On October 22, 2015, Kenya’s capital markets launched the Real Estate Investment Trusts (REITs) after what seemed to be an eternity in having the product rolled out in the market.
Stanlib, an investment company, took the big leap into the property investment arena by launching Fahari I-REIT (Income Real Estate Investment Trust) targeting retail investors with as little as KSh 20,000 investment.
The I-REIT, which was launched on the Nairobi Securities Exchange (NSE), is aimed at enabling retail investors to take part in the ownership of property investments listed in the stock market. Its regulations were developed in 2013 with licensing of REITs managers and trustees underway during that time.
The REITs regulations introduced two types of investment avenues in the property market through the stock market. These are the development REITs (D-REITs) and investment REITs simply referred to as I-REITs, which Stanlib launched.
The objective of the D-REITs is to construct and develop real estate while the I-REITs focus on income-generating property such as rentals or those up for sale. The income REIT allows investors – whether retail or institutional – to pool financial resources for investment in a portfolio of revenue generating properties for profit. Investors gain by way of capital appreciation and rental income accruing from the property.
According to Stanlib’s regional director, East Africa, James Muratha, the I-REITs offers investors a window to invest in and claim a share of the earnings from Kenya’s robust and ascendant property market without having to directly buy property.
“Those who have tried or managed to invest in property in Kenya know that it can be quite a difficult, expensive and time-consuming undertaking. For starters, property investment has hitherto been limited to just one of two options: buy or build. Assembling the requisite expertise and most importantly, affording it to either build or buy efficiently and effectively can be quite challenging,” Mr. Muratha says.
The Fahari I-REIT has set the minimum investment by individual investors at KSh 20,000 while that by institutional investors has been capped at KSh 1 million. The Fahari I-REIT anticipates targeting properties with attractive rental income and capital gains offering investors exposure to a reliable and growing return over the long-term.“With an I-REIT, you do not have to be rich to own rental property. You get access to a wide range of income generating properties from shopping malls, office complexes, warehousing, residential, student housing and so on,” says NSE’s chief executive officer, Geoffrey Odundo.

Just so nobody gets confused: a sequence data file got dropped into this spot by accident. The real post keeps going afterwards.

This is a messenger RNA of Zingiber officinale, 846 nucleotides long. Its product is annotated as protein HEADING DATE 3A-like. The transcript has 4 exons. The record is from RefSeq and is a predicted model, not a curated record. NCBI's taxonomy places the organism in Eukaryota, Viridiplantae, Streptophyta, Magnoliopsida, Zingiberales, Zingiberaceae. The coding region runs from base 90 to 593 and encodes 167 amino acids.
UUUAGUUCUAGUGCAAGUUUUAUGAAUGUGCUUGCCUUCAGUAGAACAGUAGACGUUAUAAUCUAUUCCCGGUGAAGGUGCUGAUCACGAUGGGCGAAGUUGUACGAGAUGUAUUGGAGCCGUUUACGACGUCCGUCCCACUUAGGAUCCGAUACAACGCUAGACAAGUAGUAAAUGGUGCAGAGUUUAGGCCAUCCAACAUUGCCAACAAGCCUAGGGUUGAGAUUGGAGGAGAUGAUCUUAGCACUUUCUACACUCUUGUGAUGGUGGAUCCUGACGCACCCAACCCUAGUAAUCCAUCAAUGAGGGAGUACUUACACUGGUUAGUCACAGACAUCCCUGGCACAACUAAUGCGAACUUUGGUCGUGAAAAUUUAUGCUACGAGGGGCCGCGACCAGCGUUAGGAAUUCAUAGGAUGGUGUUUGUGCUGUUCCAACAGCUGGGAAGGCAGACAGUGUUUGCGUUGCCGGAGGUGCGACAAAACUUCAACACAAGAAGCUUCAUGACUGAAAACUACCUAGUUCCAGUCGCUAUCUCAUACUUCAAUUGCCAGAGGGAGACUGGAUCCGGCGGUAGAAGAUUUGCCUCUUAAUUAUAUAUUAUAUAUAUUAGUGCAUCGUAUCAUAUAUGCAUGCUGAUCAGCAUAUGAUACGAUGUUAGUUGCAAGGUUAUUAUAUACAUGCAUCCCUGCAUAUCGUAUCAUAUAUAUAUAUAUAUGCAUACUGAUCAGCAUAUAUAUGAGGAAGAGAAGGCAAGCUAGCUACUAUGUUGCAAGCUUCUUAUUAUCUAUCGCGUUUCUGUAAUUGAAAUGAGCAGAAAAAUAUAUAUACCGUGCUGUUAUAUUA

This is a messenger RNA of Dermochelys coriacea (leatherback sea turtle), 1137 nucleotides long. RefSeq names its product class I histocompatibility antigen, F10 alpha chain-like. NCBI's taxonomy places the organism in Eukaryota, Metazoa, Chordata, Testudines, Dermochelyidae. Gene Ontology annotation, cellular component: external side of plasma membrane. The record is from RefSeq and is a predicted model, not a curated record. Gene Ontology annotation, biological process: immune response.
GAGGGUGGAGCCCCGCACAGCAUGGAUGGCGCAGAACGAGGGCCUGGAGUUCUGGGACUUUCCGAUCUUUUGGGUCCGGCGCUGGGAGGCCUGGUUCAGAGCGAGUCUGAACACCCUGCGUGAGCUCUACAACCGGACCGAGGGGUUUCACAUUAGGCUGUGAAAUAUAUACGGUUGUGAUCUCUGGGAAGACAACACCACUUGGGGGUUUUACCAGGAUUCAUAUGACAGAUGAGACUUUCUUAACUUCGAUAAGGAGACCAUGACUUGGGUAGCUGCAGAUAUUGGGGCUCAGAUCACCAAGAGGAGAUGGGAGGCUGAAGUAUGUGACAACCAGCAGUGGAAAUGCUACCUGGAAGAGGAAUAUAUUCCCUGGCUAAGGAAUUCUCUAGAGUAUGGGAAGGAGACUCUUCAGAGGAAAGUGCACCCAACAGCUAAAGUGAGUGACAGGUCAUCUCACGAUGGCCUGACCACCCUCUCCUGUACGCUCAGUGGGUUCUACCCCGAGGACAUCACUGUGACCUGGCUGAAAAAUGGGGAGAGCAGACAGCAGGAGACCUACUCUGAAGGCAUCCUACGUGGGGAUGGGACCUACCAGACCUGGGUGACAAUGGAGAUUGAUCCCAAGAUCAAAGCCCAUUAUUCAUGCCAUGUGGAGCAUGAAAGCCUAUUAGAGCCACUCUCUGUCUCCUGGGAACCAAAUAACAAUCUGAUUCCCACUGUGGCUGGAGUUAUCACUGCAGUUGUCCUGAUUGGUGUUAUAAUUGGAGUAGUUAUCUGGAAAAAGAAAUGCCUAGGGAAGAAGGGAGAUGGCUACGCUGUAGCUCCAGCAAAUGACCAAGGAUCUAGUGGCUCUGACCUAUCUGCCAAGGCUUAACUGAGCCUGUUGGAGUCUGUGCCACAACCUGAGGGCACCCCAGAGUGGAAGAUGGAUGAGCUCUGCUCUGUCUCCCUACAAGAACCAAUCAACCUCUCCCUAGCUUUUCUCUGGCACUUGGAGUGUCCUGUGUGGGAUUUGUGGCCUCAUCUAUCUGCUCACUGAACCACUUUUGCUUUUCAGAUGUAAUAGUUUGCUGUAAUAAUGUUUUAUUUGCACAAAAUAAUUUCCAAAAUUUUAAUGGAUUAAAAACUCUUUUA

The NSE became the fourth exchange in Africa (behind South Africa, Ghana and Nigeria) to launch a REIT market, coinciding with the launching of the Stanlib Fahari I-REIT public offer. South Africa has traded in REITs over the last decade, while Ghana has had access to the REITs market since 1994 and Nigeria since 2007.
According to Cytonn Investment analysts, the introduction of the first I-REIT in Kenya is an important step that, if well executed by the issuer and the regulator, will further deepen country’s capital markets besides giving access to retail investors seeking real estate exposure.
“Real estate investment in Kenya has always been out of reach from the retail individual. It has traditionally been done through one’s own development or through partnership with a developer to provide equity, which has required vast sums of money. The minimum offering of this REIT being KSh 20,000 will allow retail investors to access the returns available in this attractive sector, including both rental income and capital appreciation,” analysts observed.
Some of the other highlights of the REITs allow investors to reap the benefits of this asset class in a more transparent manner in terms of taxation. The I-REIT is exempt from corporate tax.“That means that the I-REIT income is not subject to the current 30 per cent tax on gross profits. This is a major benefit to the investors and recognition of the role of the I-REIT in the economy through resultant benefits such as job creation, regulating real estate pricing, unlocking capital, financial growth and lowering interest rates,” Mr. Odundo added. Equally, by law, at least 80 per cent of the earnings based on rental income are distributed to unit holders twice a year.
However, analyst point out issues in the REITs market that need to be addressed.
“We are yet to have confirmation on which assets Stanlib will be purchasing with the REIT proceeds and the yield expectations for each asset, in order to make an informed recommendation on participation. The expected 14 per cent per annum total return needs to be broken down into components of yield and capital appreciation. We would be buyers if the yield component was about 8 per cent per annum, with the balance of return coming from expected capital appreciation,” Cytonn Investment analysts stated.
Globally, the US has the world’s most advanced REIT market. Just like any other listed security, its future worth is determined by market dynamics.
By Joshua Masinde